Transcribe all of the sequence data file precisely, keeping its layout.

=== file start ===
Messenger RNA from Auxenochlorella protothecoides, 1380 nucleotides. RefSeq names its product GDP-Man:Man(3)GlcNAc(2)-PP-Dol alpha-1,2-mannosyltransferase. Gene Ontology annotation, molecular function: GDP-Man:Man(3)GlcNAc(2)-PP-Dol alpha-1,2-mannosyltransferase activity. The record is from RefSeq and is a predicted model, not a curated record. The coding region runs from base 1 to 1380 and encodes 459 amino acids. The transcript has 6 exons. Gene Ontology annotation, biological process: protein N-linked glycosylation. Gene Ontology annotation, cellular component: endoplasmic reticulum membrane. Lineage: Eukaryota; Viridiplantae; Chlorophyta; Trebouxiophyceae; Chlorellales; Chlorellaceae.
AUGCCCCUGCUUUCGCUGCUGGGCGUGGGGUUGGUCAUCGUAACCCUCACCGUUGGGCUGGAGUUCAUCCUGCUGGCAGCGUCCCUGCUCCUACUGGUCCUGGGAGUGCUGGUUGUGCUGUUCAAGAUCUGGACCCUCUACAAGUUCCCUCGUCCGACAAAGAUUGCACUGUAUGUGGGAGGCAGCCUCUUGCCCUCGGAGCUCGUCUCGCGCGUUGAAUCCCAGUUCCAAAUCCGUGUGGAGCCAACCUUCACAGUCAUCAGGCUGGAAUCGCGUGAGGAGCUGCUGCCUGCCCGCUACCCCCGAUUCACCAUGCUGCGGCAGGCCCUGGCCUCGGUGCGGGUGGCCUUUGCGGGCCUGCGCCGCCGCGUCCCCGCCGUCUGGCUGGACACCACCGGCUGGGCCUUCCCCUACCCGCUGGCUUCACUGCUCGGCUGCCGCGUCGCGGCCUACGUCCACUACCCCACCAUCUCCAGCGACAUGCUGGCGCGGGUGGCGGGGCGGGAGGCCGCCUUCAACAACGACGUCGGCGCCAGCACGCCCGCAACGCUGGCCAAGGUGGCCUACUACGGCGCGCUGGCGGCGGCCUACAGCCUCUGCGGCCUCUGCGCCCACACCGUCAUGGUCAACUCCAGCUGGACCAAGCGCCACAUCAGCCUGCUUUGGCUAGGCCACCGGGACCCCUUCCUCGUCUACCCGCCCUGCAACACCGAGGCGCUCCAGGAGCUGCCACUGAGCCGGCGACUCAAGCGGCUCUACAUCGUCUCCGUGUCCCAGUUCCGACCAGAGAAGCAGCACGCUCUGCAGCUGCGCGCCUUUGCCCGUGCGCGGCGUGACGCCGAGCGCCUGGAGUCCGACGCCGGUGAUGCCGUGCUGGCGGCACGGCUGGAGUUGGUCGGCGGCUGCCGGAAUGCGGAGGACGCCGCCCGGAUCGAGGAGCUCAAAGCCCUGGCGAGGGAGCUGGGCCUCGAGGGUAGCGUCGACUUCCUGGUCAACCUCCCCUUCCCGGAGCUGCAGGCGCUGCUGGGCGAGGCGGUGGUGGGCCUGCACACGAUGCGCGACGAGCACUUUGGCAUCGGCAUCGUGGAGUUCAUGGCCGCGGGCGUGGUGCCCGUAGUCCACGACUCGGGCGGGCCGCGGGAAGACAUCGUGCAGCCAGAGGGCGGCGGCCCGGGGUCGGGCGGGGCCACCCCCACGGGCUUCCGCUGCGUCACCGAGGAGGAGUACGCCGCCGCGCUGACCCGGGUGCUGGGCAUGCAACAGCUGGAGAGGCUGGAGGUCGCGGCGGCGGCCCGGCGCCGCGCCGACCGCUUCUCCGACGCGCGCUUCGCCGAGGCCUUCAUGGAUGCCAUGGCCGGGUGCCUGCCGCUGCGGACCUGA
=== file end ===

Messenger RNA from Auxenochlorella protothecoides, 1380 nucleotides. RefSeq names its product GDP-Man:Man(3)GlcNAc(2)-PP-Dol alpha-1,2-mannosyltransferase. Gene Ontology annotation, molecular function: GDP-Man:Man(3)GlcNAc(2)-PP-Dol alpha-1,2-mannosyltransferase activity. The record is from RefSeq and is a predicted model, not a curated record. The coding region runs from base 1 to 1380 and encodes 459 amino acids. The transcript has 6 exons. Gene Ontology annotation, biological process: protein N-linked glycosylation. Gene Ontology annotation, cellular component: endoplasmic reticulum membrane. Lineage: Eukaryota; Viridiplantae; Chlorophyta; Trebouxiophyceae; Chlorellales; Chlorellaceae.
AUGCCCCUGCUUUCGCUGCUGGGCGUGGGGUUGGUCAUCGUAACCCUCACCGUUGGGCUGGAGUUCAUCCUGCUGGCAGCGUCCCUGCUCCUACUGGUCCUGGGAGUGCUGGUUGUGCUGUUCAAGAUCUGGACCCUCUACAAGUUCCCUCGUCCGACAAAGAUUGCACUGUAUGUGGGAGGCAGCCUCUUGCCCUCGGAGCUCGUCUCGCGCGUUGAAUCCCAGUUCCAAAUCCGUGUGGAGCCAACCUUCACAGUCAUCAGGCUGGAAUCGCGUGAGGAGCUGCUGCCUGCCCGCUACCCCCGAUUCACCAUGCUGCGGCAGGCCCUGGCCUCGGUGCGGGUGGCCUUUGCGGGCCUGCGCCGCCGCGUCCCCGCCGUCUGGCUGGACACCACCGGCUGGGCCUUCCCCUACCCGCUGGCUUCACUGCUCGGCUGCCGCGUCGCGGCCUACGUCCACUACCCCACCAUCUCCAGCGACAUGCUGGCGCGGGUGGCGGGGCGGGAGGCCGCCUUCAACAACGACGUCGGCGCCAGCACGCCCGCAACGCUGGCCAAGGUGGCCUACUACGGCGCGCUGGCGGCGGCCUACAGCCUCUGCGGCCUCUGCGCCCACACCGUCAUGGUCAACUCCAGCUGGACCAAGCGCCACAUCAGCCUGCUUUGGCUAGGCCACCGGGACCCCUUCCUCGUCUACCCGCCCUGCAACACCGAGGCGCUCCAGGAGCUGCCACUGAGCCGGCGACUCAAGCGGCUCUACAUCGUCUCCGUGUCCCAGUUCCGACCAGAGAAGCAGCACGCUCUGCAGCUGCGCGCCUUUGCCCGUGCGCGGCGUGACGCCGAGCGCCUGGAGUCCGACGCCGGUGAUGCCGUGCUGGCGGCACGGCUGGAGUUGGUCGGCGGCUGCCGGAAUGCGGAGGACGCCGCCCGGAUCGAGGAGCUCAAAGCCCUGGCGAGGGAGCUGGGCCUCGAGGGUAGCGUCGACUUCCUGGUCAACCUCCCCUUCCCGGAGCUGCAGGCGCUGCUGGGCGAGGCGGUGGUGGGCCUGCACACGAUGCGCGACGAGCACUUUGGCAUCGGCAUCGUGGAGUUCAUGGCCGCGGGCGUGGUGCCCGUAGUCCACGACUCGGGCGGGCCGCGGGAAGACAUCGUGCAGCCAGAGGGCGGCGGCCCGGGGUCGGGCGGGGCCACCCCCACGGGCUUCCGCUGCGUCACCGAGGAGGAGUACGCCGCCGCGCUGACCCGGGUGCUGGGCAUGCAACAGCUGGAGAGGCUGGAGGUCGCGGCGGCGGCCCGGCGCCGCGCCGACCGCUUCUCCGACGCGCGCUUCGCCGAGGCCUUCAUGGAUGCCAUGGCCGGGUGCCUGCCGCUGCGGACCUGA